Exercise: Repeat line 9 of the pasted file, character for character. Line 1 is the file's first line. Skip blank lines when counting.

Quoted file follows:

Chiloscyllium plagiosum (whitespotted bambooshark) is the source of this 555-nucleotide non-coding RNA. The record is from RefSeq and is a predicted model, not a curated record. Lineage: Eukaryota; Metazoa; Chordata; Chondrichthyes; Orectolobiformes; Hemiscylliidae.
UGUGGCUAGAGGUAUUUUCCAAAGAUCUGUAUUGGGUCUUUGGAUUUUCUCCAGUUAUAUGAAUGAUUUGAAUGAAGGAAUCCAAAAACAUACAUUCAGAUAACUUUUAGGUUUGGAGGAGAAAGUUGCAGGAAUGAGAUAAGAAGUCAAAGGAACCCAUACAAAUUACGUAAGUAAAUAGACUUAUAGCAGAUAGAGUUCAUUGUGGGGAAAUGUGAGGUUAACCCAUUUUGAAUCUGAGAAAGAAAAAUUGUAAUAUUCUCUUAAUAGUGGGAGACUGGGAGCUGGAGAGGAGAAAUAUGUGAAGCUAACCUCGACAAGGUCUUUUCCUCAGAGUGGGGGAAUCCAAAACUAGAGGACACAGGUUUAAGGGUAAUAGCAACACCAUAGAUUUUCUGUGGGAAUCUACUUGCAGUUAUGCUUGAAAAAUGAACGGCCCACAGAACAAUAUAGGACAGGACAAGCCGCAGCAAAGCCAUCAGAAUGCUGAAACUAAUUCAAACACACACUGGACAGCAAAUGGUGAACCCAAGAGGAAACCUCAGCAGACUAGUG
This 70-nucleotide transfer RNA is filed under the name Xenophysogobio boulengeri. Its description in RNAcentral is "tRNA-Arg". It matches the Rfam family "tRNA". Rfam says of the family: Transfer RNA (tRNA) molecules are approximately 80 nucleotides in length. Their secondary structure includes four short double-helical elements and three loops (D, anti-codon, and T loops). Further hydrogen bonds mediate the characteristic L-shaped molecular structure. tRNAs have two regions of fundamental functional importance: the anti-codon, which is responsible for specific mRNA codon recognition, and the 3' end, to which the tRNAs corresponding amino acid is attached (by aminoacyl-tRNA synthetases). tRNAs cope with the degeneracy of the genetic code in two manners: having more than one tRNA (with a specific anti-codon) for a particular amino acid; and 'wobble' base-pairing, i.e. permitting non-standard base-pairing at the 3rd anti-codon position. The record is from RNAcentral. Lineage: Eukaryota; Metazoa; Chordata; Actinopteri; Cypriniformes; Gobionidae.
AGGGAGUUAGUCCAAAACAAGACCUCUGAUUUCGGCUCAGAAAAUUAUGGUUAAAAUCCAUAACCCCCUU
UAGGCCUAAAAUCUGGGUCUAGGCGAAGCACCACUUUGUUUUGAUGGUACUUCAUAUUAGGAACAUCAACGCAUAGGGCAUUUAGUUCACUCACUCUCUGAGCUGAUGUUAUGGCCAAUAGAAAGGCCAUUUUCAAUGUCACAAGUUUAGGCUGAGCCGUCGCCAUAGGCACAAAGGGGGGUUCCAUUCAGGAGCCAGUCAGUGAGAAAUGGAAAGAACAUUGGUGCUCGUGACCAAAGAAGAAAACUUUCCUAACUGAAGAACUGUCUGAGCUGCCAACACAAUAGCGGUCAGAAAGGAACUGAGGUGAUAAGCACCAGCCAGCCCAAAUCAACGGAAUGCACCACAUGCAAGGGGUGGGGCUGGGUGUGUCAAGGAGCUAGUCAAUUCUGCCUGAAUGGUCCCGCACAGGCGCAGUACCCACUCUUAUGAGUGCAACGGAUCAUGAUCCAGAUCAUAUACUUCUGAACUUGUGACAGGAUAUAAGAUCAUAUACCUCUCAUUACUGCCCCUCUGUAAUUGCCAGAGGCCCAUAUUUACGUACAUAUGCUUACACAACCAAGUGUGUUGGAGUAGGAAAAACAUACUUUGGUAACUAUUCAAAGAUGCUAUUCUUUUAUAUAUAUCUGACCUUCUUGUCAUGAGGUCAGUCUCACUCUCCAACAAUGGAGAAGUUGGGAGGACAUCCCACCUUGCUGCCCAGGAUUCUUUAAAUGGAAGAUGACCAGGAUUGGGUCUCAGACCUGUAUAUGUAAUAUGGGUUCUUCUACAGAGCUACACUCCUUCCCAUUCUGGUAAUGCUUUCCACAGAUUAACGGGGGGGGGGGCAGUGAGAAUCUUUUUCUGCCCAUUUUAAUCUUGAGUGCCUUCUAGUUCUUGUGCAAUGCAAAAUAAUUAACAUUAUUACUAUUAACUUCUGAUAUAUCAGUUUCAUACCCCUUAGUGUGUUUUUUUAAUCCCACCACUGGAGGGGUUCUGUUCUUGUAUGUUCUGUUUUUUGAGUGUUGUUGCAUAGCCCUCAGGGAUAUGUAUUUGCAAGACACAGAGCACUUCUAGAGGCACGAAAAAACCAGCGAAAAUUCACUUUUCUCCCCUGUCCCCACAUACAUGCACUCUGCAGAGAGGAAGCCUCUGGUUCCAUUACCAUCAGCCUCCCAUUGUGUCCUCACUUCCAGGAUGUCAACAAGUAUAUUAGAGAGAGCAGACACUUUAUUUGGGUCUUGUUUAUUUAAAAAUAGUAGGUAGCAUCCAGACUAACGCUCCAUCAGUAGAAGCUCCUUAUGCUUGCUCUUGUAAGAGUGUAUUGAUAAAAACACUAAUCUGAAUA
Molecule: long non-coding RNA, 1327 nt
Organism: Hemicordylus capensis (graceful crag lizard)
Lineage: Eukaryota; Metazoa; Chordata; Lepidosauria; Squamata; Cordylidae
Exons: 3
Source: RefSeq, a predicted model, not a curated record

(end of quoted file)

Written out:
Exons: 3